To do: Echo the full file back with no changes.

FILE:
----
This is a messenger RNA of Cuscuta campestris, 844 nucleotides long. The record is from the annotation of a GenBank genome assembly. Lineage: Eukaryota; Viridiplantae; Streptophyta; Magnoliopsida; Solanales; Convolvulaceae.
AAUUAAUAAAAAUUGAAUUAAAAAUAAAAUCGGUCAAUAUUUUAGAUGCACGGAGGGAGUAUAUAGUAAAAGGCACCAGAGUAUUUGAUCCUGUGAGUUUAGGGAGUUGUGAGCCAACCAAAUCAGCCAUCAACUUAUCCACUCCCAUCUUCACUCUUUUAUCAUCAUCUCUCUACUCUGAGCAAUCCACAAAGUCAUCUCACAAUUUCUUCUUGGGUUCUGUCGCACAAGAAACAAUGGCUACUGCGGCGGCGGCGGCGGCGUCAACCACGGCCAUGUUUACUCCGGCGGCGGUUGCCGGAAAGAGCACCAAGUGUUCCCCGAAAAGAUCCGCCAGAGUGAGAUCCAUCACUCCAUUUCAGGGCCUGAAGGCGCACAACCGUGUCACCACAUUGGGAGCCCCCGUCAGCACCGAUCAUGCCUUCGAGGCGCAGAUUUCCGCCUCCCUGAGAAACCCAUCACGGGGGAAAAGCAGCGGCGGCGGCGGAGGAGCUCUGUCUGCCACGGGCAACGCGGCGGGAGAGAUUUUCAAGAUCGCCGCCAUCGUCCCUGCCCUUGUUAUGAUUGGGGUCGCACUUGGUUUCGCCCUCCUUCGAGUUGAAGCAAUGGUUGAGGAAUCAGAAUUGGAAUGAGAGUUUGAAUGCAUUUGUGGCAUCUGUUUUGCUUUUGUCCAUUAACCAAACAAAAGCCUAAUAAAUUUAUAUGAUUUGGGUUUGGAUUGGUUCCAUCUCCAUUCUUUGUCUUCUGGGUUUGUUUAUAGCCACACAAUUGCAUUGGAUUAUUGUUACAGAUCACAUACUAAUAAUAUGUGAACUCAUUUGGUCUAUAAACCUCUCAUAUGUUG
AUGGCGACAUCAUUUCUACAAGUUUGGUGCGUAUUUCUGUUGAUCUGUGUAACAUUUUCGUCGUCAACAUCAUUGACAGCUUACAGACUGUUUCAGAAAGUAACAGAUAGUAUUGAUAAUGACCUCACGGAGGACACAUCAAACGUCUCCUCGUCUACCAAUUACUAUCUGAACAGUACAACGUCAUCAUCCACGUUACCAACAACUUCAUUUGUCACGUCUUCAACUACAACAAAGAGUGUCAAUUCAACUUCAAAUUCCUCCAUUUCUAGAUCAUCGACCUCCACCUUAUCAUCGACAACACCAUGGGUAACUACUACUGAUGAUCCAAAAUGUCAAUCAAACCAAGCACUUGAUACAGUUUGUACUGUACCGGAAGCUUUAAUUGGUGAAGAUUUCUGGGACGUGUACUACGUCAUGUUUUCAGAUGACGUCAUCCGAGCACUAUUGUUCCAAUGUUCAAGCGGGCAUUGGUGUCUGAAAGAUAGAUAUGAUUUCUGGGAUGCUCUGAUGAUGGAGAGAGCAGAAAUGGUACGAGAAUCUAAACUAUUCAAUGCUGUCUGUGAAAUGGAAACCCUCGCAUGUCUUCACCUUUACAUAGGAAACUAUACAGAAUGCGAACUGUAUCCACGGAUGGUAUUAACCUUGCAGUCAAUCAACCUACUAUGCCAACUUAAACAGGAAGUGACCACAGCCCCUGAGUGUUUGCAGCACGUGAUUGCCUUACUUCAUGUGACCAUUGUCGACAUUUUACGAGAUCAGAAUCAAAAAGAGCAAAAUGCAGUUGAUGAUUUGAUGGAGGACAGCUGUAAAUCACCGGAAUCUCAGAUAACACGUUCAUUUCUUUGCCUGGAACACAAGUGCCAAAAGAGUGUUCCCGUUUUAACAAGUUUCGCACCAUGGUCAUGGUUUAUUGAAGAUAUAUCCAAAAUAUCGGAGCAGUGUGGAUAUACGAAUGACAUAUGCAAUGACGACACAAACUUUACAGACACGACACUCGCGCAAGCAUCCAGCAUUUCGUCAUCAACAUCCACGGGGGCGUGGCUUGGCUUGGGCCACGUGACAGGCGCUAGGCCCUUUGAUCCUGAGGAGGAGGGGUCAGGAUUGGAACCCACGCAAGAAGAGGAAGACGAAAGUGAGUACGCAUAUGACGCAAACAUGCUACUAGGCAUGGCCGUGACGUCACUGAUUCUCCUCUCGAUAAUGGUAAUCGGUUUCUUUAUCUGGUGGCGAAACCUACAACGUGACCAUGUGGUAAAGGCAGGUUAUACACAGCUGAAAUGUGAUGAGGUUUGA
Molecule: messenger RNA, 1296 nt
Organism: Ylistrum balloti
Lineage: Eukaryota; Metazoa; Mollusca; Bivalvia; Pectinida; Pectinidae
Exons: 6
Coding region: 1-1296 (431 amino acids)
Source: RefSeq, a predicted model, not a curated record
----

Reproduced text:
This is a messenger RNA of Cuscuta campestris, 844 nucleotides long. The record is from the annotation of a GenBank genome assembly. Lineage: Eukaryota; Viridiplantae; Streptophyta; Magnoliopsida; Solanales; Convolvulaceae.
AAUUAAUAAAAAUUGAAUUAAAAAUAAAAUCGGUCAAUAUUUUAGAUGCACGGAGGGAGUAUAUAGUAAAAGGCACCAGAGUAUUUGAUCCUGUGAGUUUAGGGAGUUGUGAGCCAACCAAAUCAGCCAUCAACUUAUCCACUCCCAUCUUCACUCUUUUAUCAUCAUCUCUCUACUCUGAGCAAUCCACAAAGUCAUCUCACAAUUUCUUCUUGGGUUCUGUCGCACAAGAAACAAUGGCUACUGCGGCGGCGGCGGCGGCGUCAACCACGGCCAUGUUUACUCCGGCGGCGGUUGCCGGAAAGAGCACCAAGUGUUCCCCGAAAAGAUCCGCCAGAGUGAGAUCCAUCACUCCAUUUCAGGGCCUGAAGGCGCACAACCGUGUCACCACAUUGGGAGCCCCCGUCAGCACCGAUCAUGCCUUCGAGGCGCAGAUUUCCGCCUCCCUGAGAAACCCAUCACGGGGGAAAAGCAGCGGCGGCGGCGGAGGAGCUCUGUCUGCCACGGGCAACGCGGCGGGAGAGAUUUUCAAGAUCGCCGCCAUCGUCCCUGCCCUUGUUAUGAUUGGGGUCGCACUUGGUUUCGCCCUCCUUCGAGUUGAAGCAAUGGUUGAGGAAUCAGAAUUGGAAUGAGAGUUUGAAUGCAUUUGUGGCAUCUGUUUUGCUUUUGUCCAUUAACCAAACAAAAGCCUAAUAAAUUUAUAUGAUUUGGGUUUGGAUUGGUUCCAUCUCCAUUCUUUGUCUUCUGGGUUUGUUUAUAGCCACACAAUUGCAUUGGAUUAUUGUUACAGAUCACAUACUAAUAAUAUGUGAACUCAUUUGGUCUAUAAACCUCUCAUAUGUUG
AUGGCGACAUCAUUUCUACAAGUUUGGUGCGUAUUUCUGUUGAUCUGUGUAACAUUUUCGUCGUCAACAUCAUUGACAGCUUACAGACUGUUUCAGAAAGUAACAGAUAGUAUUGAUAAUGACCUCACGGAGGACACAUCAAACGUCUCCUCGUCUACCAAUUACUAUCUGAACAGUACAACGUCAUCAUCCACGUUACCAACAACUUCAUUUGUCACGUCUUCAACUACAACAAAGAGUGUCAAUUCAACUUCAAAUUCCUCCAUUUCUAGAUCAUCGACCUCCACCUUAUCAUCGACAACACCAUGGGUAACUACUACUGAUGAUCCAAAAUGUCAAUCAAACCAAGCACUUGAUACAGUUUGUACUGUACCGGAAGCUUUAAUUGGUGAAGAUUUCUGGGACGUGUACUACGUCAUGUUUUCAGAUGACGUCAUCCGAGCACUAUUGUUCCAAUGUUCAAGCGGGCAUUGGUGUCUGAAAGAUAGAUAUGAUUUCUGGGAUGCUCUGAUGAUGGAGAGAGCAGAAAUGGUACGAGAAUCUAAACUAUUCAAUGCUGUCUGUGAAAUGGAAACCCUCGCAUGUCUUCACCUUUACAUAGGAAACUAUACAGAAUGCGAACUGUAUCCACGGAUGGUAUUAACCUUGCAGUCAAUCAACCUACUAUGCCAACUUAAACAGGAAGUGACCACAGCCCCUGAGUGUUUGCAGCACGUGAUUGCCUUACUUCAUGUGACCAUUGUCGACAUUUUACGAGAUCAGAAUCAAAAAGAGCAAAAUGCAGUUGAUGAUUUGAUGGAGGACAGCUGUAAAUCACCGGAAUCUCAGAUAACACGUUCAUUUCUUUGCCUGGAACACAAGUGCCAAAAGAGUGUUCCCGUUUUAACAAGUUUCGCACCAUGGUCAUGGUUUAUUGAAGAUAUAUCCAAAAUAUCGGAGCAGUGUGGAUAUACGAAUGACAUAUGCAAUGACGACACAAACUUUACAGACACGACACUCGCGCAAGCAUCCAGCAUUUCGUCAUCAACAUCCACGGGGGCGUGGCUUGGCUUGGGCCACGUGACAGGCGCUAGGCCCUUUGAUCCUGAGGAGGAGGGGUCAGGAUUGGAACCCACGCAAGAAGAGGAAGACGAAAGUGAGUACGCAUAUGACGCAAACAUGCUACUAGGCAUGGCCGUGACGUCACUGAUUCUCCUCUCGAUAAUGGUAAUCGGUUUCUUUAUCUGGUGGCGAAACCUACAACGUGACCAUGUGGUAAAGGCAGGUUAUACACAGCUGAAAUGUGAUGAGGUUUGA
Molecule: messenger RNA, 1296 nt
Organism: Ylistrum balloti
Lineage: Eukaryota; Metazoa; Mollusca; Bivalvia; Pectinida; Pectinidae
Exons: 6
Coding region: 1-1296 (431 amino acids)
Source: RefSeq, a predicted model, not a curated record